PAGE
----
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The Hawk... it's pretty much ready to go


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#1 havlicek

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Posted 08 April 2018 - 02:45 PM

     I recently got a few of these setups, and wanted to do one justice.  First off, there's really not much at all that "needs" to be done to get things ready for a big upgrade in performance.

IMG_2678.JPG

     While both the Hawk and the Pro Slot represent a great value, I'd give the definite edge to the Hawk.  The Hawk end bell for one is taller, and allows for using a longer com.  That's a good thing, especially with a higher-performance arm.  Then too, there's more interior room for a wider com on the Hawk.  While the Chinese coms are only around .17"-ish diameter, and the Pro Slot "Puppy Dog" coms are around .19"-ish, the Hawk end bell hardware unmodified has around .23" of space between the hoods and plates (*as opposed to the approximately .200" provided by the Pro Slot).  That means, that without any additional clearancing, the Hawk end bell can fit a full size .210" or so com.  The thing is just begging for a wider com.  In fact, the space between the hoods is a little "too generous" for the stock Chinese com. Really, the only thing I think *needs* to be done to get ready for a higher performing arm is to do something to make sure the end bell bushing doesn't loosen and spin.  I mean, sure, you *could* install a bearing or two and even some shunts, but ...it's your world and you can do that if you feel the need.  There's nothing wrong with nice tight bushings.  Anyway, I removed the stock bushing, cleaned-out any oil, drilled the end bell and "keyed" the bushing to keep it solid with some epoxy when reinstalling.  The whole shebang takes around 5 minutes when you get used to it, but it's definitely something to do IMO.  In the first picture, you can see the itty bitty holes and some epoxy that seeped out.  In the second picture, you can see a bit of the epoxy around the rim of the bushing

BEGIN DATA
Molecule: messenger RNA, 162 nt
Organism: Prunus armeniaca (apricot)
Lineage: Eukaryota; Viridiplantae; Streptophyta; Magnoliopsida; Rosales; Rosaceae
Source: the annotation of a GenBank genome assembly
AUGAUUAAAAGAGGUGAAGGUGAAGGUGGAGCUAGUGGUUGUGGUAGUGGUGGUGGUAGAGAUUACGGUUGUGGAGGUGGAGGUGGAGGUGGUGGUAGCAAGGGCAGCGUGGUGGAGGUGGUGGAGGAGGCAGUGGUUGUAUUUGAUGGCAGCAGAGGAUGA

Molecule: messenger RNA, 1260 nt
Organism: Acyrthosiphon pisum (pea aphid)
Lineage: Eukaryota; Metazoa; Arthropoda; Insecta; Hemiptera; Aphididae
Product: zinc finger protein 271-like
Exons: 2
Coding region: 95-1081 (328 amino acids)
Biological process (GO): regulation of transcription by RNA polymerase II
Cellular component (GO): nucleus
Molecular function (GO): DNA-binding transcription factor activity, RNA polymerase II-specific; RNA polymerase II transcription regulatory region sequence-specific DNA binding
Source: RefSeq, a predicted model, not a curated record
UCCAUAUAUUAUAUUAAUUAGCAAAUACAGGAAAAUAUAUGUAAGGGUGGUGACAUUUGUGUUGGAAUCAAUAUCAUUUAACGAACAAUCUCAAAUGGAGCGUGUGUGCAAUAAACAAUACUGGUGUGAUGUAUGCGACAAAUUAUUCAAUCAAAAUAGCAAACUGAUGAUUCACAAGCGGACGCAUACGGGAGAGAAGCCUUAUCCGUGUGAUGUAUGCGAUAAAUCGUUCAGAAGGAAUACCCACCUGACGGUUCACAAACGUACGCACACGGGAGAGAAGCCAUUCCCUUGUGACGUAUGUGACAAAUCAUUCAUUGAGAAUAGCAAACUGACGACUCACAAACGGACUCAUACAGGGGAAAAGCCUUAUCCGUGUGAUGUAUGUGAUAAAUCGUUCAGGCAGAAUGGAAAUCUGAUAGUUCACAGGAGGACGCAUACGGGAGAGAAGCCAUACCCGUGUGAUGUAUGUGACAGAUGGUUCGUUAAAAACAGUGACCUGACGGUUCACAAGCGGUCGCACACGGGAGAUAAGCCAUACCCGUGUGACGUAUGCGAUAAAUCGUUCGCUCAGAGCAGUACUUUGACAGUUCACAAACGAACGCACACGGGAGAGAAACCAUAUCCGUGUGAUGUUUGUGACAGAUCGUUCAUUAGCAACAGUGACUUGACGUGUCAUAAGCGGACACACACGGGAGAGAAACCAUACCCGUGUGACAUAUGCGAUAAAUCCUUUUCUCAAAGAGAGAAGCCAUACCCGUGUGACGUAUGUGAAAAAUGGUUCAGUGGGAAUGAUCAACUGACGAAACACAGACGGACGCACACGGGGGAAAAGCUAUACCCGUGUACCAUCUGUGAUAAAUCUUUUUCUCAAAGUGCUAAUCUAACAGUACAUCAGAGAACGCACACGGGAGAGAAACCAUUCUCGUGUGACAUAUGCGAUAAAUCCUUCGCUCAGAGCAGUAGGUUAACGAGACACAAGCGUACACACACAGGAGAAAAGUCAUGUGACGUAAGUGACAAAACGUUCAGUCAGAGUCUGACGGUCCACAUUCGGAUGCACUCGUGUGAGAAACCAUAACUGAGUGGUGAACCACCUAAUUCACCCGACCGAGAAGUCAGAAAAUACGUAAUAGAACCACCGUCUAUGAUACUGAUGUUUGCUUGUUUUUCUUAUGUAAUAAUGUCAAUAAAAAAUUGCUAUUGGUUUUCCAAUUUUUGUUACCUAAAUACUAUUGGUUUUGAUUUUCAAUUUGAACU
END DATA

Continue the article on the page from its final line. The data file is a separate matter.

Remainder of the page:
IMG_2679.JPG IMG_2680.JPG

     Really, that's about all, although many would do more!  So, I wound an "H12" (50/29) on a .350" long stack.  At that stack length and with the JK end bell, I can use a full-length com and still have good room between the top of the coils and the bottom of the com tabs for welding.

IMG_2683.JPG

  This arm is serious medicine for this motor, and should make for a thrilling ride.  Stick it in the setup, it almost looks like it belongs there!

IMG_2684.JPG
 


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John Havlicek




#2 Geary Carrier